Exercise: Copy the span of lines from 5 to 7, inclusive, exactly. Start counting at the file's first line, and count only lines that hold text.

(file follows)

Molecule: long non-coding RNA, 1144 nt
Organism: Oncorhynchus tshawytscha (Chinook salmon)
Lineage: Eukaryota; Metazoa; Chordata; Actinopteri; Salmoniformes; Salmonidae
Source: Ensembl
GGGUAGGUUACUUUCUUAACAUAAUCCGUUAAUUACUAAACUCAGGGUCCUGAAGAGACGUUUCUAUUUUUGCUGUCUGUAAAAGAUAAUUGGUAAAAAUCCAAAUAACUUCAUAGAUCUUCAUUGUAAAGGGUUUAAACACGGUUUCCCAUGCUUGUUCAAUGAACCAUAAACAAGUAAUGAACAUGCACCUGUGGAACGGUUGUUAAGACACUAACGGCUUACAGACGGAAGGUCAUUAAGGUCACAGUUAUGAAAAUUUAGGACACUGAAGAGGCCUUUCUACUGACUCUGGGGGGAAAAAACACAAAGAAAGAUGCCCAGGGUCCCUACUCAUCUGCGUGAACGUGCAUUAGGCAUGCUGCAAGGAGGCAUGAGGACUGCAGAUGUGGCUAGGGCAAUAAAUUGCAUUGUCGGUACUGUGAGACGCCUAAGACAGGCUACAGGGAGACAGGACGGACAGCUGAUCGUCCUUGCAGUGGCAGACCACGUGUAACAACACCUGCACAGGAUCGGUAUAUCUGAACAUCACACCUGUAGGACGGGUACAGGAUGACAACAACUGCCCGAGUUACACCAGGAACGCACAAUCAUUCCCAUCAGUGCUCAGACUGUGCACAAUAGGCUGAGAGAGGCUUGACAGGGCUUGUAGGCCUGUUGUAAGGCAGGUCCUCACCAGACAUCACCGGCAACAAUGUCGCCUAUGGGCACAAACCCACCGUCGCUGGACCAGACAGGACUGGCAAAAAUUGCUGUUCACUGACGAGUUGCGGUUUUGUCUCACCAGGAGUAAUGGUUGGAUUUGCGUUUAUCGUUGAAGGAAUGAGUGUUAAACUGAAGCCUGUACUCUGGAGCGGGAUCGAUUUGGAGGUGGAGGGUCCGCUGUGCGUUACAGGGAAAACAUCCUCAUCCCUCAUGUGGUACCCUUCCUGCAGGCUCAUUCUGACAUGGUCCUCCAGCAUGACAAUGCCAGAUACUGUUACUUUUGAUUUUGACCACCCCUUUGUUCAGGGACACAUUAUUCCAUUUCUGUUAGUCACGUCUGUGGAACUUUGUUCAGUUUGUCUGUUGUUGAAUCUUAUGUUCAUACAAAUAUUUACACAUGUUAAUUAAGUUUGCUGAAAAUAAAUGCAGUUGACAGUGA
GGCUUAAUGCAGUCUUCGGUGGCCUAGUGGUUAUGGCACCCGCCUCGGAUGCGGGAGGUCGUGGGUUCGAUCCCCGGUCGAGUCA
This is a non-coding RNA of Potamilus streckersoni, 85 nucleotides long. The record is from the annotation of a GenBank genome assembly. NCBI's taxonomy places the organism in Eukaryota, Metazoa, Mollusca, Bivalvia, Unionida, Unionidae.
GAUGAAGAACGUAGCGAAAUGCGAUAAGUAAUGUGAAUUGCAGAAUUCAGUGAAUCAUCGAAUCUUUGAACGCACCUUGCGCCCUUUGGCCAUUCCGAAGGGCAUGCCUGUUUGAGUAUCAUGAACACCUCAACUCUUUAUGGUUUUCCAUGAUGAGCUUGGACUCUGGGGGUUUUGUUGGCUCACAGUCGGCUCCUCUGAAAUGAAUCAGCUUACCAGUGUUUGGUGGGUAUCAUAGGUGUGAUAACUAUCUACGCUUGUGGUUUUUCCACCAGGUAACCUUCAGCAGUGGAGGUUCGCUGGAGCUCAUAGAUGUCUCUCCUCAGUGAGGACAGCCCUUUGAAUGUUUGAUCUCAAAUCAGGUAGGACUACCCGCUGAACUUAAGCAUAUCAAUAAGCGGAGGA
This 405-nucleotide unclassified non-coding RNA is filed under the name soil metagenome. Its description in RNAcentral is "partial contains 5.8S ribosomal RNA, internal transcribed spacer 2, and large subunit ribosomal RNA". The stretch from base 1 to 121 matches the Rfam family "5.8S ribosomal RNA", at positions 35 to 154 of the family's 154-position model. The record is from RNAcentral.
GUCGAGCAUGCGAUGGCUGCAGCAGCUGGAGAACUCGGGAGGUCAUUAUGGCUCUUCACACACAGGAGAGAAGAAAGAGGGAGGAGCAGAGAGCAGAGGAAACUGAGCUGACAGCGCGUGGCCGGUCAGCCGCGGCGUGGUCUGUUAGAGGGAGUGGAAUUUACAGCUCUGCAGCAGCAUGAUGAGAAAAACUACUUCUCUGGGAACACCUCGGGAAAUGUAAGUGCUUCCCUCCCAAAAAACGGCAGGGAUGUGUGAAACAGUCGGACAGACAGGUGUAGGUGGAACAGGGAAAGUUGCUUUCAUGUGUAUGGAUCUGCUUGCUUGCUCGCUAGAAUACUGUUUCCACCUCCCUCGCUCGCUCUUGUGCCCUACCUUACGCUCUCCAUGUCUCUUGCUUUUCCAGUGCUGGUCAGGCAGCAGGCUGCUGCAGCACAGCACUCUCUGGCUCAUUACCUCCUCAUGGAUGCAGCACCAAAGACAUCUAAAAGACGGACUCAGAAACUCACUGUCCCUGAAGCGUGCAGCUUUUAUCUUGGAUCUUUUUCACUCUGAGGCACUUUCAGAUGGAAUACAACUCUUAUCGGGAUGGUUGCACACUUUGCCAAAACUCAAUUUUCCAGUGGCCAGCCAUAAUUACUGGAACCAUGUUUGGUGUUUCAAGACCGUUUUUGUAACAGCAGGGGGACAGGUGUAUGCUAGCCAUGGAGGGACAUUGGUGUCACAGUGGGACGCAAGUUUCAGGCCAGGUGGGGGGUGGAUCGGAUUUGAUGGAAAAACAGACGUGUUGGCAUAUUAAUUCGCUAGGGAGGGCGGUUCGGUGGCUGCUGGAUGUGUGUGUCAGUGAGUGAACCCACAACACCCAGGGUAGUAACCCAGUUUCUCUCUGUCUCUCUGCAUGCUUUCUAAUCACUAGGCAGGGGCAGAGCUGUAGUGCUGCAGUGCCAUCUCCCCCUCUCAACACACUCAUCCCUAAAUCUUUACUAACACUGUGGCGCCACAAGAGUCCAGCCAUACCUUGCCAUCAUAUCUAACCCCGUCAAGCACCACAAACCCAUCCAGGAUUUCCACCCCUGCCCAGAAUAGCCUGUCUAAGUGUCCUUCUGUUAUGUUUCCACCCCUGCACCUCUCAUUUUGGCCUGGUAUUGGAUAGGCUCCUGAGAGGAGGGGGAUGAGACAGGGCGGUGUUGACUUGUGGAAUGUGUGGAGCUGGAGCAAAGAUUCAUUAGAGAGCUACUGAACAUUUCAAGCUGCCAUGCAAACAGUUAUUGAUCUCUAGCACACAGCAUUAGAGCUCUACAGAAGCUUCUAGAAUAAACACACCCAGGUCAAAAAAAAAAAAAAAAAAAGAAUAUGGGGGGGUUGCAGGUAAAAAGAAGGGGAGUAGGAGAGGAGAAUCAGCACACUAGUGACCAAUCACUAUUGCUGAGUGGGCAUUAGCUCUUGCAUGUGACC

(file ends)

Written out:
GGGUAGGUUACUUUCUUAACAUAAUCCGUUAAUUACUAAACUCAGGGUCCUGAAGAGACGUUUCUAUUUUUGCUGUCUGUAAAAGAUAAUUGGUAAAAAUCCAAAUAACUUCAUAGAUCUUCAUUGUAAAGGGUUUAAACACGGUUUCCCAUGCUUGUUCAAUGAACCAUAAACAAGUAAUGAACAUGCACCUGUGGAACGGUUGUUAAGACACUAACGGCUUACAGACGGAAGGUCAUUAAGGUCACAGUUAUGAAAAUUUAGGACACUGAAGAGGCCUUUCUACUGACUCUGGGGGGAAAAAACACAAAGAAAGAUGCCCAGGGUCCCUACUCAUCUGCGUGAACGUGCAUUAGGCAUGCUGCAAGGAGGCAUGAGGACUGCAGAUGUGGCUAGGGCAAUAAAUUGCAUUGUCGGUACUGUGAGACGCCUAAGACAGGCUACAGGGAGACAGGACGGACAGCUGAUCGUCCUUGCAGUGGCAGACCACGUGUAACAACACCUGCACAGGAUCGGUAUAUCUGAACAUCACACCUGUAGGACGGGUACAGGAUGACAACAACUGCCCGAGUUACACCAGGAACGCACAAUCAUUCCCAUCAGUGCUCAGACUGUGCACAAUAGGCUGAGAGAGGCUUGACAGGGCUUGUAGGCCUGUUGUAAGGCAGGUCCUCACCAGACAUCACCGGCAACAAUGUCGCCUAUGGGCACAAACCCACCGUCGCUGGACCAGACAGGACUGGCAAAAAUUGCUGUUCACUGACGAGUUGCGGUUUUGUCUCACCAGGAGUAAUGGUUGGAUUUGCGUUUAUCGUUGAAGGAAUGAGUGUUAAACUGAAGCCUGUACUCUGGAGCGGGAUCGAUUUGGAGGUGGAGGGUCCGCUGUGCGUUACAGGGAAAACAUCCUCAUCCCUCAUGUGGUACCCUUCCUGCAGGCUCAUUCUGACAUGGUCCUCCAGCAUGACAAUGCCAGAUACUGUUACUUUUGAUUUUGACCACCCCUUUGUUCAGGGACACAUUAUUCCAUUUCUGUUAGUCACGUCUGUGGAACUUUGUUCAGUUUGUCUGUUGUUGAAUCUUAUGUUCAUACAAAUAUUUACACAUGUUAAUUAAGUUUGCUGAAAAUAAAUGCAGUUGACAGUGA
GGCUUAAUGCAGUCUUCGGUGGCCUAGUGGUUAUGGCACCCGCCUCGGAUGCGGGAGGUCGUGGGUUCGAUCCCCGGUCGAGUCA
This is a non-coding RNA of Potamilus streckersoni, 85 nucleotides long. The record is from the annotation of a GenBank genome assembly. NCBI's taxonomy places the organism in Eukaryota, Metazoa, Mollusca, Bivalvia, Unionida, Unionidae.